The Artificial Inventor Project maintains that DABUS was trained only on general knowledge “in the field”; as its training was likely unsupervised, there would be no expected outcome from its machinations33. Its goal was simply to create something novel. From this training, DABUS came up with these inventions independently, and was able — on its own — to designate them as novel34.

In some cases of invention by an Al system, a human may still be considered the inventor, perhaps because she exhibited inventiveness in creating a program to solve a specific problem, or carefully curated the information provided to the machine, or even identified the machine’s output as novel and inventive35. The Artificial Inventor Project team argues, however, that no human may be considered the inventor of these inventions36. DABUS was not created to solve any particular problem, it was not given training data specifically relevant to its creations, and the machine itself identified that the inventions were novel within the scope of prior art of which it was “aware”37.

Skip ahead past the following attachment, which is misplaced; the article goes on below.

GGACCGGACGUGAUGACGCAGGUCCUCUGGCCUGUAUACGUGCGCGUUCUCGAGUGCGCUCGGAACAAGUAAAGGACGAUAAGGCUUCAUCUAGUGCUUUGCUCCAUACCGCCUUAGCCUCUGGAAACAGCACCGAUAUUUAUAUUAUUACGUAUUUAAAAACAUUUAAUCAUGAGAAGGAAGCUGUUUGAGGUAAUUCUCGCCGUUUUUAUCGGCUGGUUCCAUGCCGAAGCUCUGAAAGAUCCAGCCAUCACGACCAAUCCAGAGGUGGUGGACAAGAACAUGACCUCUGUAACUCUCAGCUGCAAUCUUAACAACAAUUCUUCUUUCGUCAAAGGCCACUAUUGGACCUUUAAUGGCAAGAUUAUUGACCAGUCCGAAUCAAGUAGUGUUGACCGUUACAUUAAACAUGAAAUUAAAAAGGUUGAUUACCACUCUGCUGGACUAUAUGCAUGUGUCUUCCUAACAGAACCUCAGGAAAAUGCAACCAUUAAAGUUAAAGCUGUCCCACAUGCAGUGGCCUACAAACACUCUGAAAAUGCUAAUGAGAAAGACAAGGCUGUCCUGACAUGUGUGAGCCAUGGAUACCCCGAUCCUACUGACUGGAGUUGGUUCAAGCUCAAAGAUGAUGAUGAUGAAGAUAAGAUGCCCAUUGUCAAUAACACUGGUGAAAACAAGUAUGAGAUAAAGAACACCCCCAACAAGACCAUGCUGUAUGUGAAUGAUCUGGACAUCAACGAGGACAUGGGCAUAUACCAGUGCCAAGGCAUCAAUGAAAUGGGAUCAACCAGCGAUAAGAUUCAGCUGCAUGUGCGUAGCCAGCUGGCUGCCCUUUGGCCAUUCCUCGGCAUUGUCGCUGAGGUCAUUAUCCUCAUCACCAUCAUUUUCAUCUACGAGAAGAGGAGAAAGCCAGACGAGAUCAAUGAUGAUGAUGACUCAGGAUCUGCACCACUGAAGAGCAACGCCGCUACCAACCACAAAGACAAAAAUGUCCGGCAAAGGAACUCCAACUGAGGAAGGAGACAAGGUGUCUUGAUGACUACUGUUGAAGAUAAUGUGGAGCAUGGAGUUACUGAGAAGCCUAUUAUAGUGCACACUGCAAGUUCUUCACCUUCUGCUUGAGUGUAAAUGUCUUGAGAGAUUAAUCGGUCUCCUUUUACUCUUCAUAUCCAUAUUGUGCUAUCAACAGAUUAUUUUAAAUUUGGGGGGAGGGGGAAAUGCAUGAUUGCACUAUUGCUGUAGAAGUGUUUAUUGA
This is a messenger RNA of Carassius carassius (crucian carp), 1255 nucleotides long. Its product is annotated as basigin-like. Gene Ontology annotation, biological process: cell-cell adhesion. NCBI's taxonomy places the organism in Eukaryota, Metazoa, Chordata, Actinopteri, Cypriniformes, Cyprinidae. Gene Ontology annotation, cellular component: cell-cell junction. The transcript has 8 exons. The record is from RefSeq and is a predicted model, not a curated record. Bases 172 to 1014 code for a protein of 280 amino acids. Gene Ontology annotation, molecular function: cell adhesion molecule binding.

These are all arguments made to support the idea that DABUS itself can and should be the only available option to list as the inventor of these innovations: it exhibited the inventiveness required of a human creator, and no human can claim to have had a hand in its processes. But convincing a patent office of these things is no small task. When so much needs to be proved just to show that an Al system is even capable of creative invention without human intervention, it seems like a monumental, and fruitless, effort for the Artificial Inventor Project team to push the need to list DABUS as the inventor of these products. However, the Manual of Patent Examining Procedure (“the Manual”)38, used by all patent examiners when determining whether or not to approve a patent application, gives some insight as to why the team is driving these test cases forward.